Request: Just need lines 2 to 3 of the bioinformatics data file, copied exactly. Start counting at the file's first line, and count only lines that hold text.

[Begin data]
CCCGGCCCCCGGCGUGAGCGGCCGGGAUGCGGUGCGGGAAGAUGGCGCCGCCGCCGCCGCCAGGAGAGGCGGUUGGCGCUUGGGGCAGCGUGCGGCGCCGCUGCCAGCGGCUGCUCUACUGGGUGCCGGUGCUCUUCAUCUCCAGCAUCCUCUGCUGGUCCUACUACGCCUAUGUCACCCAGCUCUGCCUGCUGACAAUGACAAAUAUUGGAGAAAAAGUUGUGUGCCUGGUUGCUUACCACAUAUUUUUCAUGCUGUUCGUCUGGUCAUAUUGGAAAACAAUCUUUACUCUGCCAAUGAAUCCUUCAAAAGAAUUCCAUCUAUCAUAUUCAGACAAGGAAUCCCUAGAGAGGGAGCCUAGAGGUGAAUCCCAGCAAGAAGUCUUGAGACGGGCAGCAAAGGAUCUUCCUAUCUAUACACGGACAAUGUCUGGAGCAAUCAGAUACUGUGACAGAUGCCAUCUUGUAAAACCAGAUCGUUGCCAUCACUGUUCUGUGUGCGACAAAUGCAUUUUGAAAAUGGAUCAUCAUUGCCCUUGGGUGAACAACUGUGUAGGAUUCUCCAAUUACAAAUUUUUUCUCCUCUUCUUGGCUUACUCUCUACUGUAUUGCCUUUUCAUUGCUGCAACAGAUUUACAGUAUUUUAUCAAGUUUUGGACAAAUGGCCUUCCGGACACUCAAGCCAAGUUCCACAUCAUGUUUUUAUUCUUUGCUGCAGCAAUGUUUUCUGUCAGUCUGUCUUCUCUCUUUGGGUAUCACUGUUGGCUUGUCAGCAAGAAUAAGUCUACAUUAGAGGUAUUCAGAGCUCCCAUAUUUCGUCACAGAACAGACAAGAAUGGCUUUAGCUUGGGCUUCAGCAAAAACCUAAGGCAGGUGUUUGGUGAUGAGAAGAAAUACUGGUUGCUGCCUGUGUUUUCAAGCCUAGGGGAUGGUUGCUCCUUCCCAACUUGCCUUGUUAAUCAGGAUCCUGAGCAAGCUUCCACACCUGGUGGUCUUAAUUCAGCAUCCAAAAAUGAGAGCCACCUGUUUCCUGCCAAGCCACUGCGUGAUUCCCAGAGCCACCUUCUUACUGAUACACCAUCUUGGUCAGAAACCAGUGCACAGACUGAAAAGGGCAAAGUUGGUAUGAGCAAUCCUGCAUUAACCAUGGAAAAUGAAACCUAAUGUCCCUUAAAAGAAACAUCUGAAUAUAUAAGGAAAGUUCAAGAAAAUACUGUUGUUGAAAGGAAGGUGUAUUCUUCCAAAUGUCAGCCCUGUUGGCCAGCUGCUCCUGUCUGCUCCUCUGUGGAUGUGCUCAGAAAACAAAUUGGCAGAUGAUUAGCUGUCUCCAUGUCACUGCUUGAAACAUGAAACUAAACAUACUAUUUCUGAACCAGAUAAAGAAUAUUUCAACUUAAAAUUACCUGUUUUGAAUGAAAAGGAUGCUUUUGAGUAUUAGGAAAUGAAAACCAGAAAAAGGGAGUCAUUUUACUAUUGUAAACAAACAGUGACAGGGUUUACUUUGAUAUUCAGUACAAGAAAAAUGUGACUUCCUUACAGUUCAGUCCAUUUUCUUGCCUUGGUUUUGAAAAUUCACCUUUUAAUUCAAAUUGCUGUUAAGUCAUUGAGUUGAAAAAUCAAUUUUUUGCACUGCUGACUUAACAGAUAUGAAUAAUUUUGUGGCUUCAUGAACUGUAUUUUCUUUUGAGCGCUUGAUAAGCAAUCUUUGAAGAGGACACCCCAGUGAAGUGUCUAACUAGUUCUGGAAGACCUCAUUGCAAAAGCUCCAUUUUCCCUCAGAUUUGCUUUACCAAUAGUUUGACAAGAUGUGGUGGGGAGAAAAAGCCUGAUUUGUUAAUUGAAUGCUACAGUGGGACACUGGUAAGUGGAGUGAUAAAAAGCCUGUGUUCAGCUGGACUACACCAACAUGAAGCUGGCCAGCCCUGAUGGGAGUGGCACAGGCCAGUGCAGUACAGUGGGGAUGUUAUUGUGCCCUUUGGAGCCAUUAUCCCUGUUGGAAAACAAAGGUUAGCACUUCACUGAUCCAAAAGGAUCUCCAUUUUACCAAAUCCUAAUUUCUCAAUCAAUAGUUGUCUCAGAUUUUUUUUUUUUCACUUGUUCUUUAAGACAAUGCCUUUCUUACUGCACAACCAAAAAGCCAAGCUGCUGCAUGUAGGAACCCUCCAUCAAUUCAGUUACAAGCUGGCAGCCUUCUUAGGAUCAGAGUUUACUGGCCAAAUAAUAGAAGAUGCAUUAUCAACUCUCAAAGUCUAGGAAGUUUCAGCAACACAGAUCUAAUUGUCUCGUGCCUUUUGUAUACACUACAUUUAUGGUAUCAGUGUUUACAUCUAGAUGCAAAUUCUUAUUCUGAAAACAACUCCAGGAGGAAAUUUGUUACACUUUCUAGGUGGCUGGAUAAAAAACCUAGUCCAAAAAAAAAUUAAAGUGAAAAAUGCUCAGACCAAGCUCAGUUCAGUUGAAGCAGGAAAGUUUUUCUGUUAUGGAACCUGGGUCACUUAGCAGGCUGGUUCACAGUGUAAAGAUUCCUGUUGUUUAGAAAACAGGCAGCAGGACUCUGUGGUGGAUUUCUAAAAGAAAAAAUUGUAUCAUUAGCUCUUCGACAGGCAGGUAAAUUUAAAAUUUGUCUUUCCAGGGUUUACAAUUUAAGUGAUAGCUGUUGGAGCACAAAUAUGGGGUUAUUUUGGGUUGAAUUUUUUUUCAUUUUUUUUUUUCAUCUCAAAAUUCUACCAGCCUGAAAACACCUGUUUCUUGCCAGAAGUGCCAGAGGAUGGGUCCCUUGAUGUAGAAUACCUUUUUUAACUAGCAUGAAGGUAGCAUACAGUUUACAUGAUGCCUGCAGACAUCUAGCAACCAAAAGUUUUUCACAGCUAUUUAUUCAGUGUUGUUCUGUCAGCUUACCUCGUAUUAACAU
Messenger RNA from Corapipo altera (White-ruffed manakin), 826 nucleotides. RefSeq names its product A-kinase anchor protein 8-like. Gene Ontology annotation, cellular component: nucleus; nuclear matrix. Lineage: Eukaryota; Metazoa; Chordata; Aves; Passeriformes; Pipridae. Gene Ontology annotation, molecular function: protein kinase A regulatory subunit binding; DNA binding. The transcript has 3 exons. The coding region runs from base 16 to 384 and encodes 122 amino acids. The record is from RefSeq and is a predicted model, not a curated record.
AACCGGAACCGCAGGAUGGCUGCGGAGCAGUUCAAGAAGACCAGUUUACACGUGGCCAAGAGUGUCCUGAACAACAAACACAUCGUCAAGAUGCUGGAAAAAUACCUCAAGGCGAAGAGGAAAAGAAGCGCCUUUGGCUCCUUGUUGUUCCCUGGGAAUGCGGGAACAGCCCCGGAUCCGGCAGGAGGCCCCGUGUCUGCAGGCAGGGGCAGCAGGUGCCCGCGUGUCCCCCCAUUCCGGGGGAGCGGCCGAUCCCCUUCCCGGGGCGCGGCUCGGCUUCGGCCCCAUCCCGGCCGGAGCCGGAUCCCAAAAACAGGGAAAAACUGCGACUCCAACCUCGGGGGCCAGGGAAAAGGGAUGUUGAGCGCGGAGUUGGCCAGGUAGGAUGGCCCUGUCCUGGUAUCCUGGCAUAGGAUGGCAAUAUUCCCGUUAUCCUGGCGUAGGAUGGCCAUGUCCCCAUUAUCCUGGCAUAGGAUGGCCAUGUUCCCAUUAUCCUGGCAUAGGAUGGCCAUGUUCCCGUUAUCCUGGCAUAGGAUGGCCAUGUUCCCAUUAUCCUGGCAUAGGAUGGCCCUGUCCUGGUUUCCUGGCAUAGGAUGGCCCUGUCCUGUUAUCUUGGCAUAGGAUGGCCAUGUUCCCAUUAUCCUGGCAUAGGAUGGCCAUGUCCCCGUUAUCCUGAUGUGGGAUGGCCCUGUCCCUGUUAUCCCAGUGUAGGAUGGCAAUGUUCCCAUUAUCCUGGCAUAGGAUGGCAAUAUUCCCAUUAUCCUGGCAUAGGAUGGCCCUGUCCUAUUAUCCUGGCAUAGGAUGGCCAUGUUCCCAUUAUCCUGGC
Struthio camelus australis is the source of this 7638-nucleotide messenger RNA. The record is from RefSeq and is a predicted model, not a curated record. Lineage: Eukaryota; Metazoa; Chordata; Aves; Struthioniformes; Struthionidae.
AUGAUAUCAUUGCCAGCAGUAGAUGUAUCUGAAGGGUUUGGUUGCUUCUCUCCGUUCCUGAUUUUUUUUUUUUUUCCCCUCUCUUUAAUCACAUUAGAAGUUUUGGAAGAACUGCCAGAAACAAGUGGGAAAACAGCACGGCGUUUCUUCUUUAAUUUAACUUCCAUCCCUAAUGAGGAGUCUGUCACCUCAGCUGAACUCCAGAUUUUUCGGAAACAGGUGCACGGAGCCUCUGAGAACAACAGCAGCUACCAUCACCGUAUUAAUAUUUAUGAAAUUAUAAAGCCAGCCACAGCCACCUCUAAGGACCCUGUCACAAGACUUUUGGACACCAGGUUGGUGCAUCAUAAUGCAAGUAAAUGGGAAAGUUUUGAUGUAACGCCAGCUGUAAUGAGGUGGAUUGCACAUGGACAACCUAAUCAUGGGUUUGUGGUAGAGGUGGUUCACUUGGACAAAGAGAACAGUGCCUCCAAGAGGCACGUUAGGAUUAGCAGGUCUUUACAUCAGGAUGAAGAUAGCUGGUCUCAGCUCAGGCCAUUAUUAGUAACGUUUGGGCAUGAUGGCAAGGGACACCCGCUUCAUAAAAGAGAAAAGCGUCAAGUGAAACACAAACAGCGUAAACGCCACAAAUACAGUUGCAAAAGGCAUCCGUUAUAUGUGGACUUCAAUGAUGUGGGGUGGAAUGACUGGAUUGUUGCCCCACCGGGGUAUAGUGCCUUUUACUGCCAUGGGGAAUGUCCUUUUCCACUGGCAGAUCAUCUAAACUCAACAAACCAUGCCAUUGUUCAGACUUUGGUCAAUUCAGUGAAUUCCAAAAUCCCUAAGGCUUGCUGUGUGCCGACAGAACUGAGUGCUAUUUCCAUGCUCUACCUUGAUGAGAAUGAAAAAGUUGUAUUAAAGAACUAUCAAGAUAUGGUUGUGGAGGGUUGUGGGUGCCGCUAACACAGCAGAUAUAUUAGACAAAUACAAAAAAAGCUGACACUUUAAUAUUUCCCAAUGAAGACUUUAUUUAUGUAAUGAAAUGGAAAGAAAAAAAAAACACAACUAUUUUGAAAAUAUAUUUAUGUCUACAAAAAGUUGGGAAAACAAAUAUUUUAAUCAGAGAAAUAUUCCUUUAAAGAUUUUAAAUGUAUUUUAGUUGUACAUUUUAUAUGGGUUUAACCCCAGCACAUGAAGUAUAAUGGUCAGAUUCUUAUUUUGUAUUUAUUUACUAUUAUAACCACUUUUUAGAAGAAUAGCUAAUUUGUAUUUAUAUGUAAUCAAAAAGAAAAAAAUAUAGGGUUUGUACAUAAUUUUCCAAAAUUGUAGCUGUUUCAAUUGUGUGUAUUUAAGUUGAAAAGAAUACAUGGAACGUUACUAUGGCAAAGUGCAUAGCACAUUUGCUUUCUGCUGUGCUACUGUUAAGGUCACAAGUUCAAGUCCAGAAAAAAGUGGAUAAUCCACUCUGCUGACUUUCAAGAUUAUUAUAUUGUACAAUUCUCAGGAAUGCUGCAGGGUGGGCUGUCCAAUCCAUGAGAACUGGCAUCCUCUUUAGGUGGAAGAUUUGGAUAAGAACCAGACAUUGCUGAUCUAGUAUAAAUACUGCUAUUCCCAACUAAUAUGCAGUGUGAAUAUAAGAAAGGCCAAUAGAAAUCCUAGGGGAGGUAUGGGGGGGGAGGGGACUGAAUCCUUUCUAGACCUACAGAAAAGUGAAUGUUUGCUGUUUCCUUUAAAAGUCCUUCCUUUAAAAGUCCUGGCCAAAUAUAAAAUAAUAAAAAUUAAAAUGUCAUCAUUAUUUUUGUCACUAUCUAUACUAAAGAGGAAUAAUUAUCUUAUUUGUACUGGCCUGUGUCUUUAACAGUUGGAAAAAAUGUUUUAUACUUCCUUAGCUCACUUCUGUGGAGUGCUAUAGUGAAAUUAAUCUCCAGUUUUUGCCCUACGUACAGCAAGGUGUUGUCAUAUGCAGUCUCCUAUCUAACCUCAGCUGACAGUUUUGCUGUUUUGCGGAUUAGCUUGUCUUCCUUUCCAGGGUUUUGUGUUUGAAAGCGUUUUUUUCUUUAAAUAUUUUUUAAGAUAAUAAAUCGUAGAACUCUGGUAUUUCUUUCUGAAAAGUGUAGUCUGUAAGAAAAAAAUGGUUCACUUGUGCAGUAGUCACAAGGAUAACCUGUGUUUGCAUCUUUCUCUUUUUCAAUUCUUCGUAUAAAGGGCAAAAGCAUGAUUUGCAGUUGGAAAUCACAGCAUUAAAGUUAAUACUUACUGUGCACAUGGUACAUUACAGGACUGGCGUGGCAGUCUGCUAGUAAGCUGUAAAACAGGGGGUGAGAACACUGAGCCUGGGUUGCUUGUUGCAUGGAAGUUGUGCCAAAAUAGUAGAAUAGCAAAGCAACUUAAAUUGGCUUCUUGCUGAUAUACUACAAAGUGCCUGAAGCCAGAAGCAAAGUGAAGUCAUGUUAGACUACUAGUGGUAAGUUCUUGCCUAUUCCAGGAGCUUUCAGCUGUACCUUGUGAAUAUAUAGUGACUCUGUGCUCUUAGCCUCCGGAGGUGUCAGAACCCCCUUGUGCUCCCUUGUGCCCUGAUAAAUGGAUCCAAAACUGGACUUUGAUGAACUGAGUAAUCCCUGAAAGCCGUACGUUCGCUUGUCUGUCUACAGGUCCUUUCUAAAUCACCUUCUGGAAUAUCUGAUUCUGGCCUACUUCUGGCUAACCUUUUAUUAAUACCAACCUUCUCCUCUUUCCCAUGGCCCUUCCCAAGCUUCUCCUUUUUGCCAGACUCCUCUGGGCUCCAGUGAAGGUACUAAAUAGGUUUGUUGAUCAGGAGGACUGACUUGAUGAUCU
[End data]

Messenger RNA from Corapipo altera (White-ruffed manakin), 826 nucleotides. RefSeq names its product A-kinase anchor protein 8-like. Gene Ontology annotation, cellular component: nucleus; nuclear matrix. Lineage: Eukaryota; Metazoa; Chordata; Aves; Passeriformes; Pipridae. Gene Ontology annotation, molecular function: protein kinase A regulatory subunit binding; DNA binding. The transcript has 3 exons. The coding region runs from base 16 to 384 and encodes 122 amino acids. The record is from RefSeq and is a predicted model, not a curated record.
AACCGGAACCGCAGGAUGGCUGCGGAGCAGUUCAAGAAGACCAGUUUACACGUGGCCAAGAGUGUCCUGAACAACAAACACAUCGUCAAGAUGCUGGAAAAAUACCUCAAGGCGAAGAGGAAAAGAAGCGCCUUUGGCUCCUUGUUGUUCCCUGGGAAUGCGGGAACAGCCCCGGAUCCGGCAGGAGGCCCCGUGUCUGCAGGCAGGGGCAGCAGGUGCCCGCGUGUCCCCCCAUUCCGGGGGAGCGGCCGAUCCCCUUCCCGGGGCGCGGCUCGGCUUCGGCCCCAUCCCGGCCGGAGCCGGAUCCCAAAAACAGGGAAAAACUGCGACUCCAACCUCGGGGGCCAGGGAAAAGGGAUGUUGAGCGCGGAGUUGGCCAGGUAGGAUGGCCCUGUCCUGGUAUCCUGGCAUAGGAUGGCAAUAUUCCCGUUAUCCUGGCGUAGGAUGGCCAUGUCCCCAUUAUCCUGGCAUAGGAUGGCCAUGUUCCCAUUAUCCUGGCAUAGGAUGGCCAUGUUCCCGUUAUCCUGGCAUAGGAUGGCCAUGUUCCCAUUAUCCUGGCAUAGGAUGGCCCUGUCCUGGUUUCCUGGCAUAGGAUGGCCCUGUCCUGUUAUCUUGGCAUAGGAUGGCCAUGUUCCCAUUAUCCUGGCAUAGGAUGGCCAUGUCCCCGUUAUCCUGAUGUGGGAUGGCCCUGUCCCUGUUAUCCCAGUGUAGGAUGGCAAUGUUCCCAUUAUCCUGGCAUAGGAUGGCAAUAUUCCCAUUAUCCUGGCAUAGGAUGGCCCUGUCCUAUUAUCCUGGCAUAGGAUGGCCAUGUUCCCAUUAUCCUGGC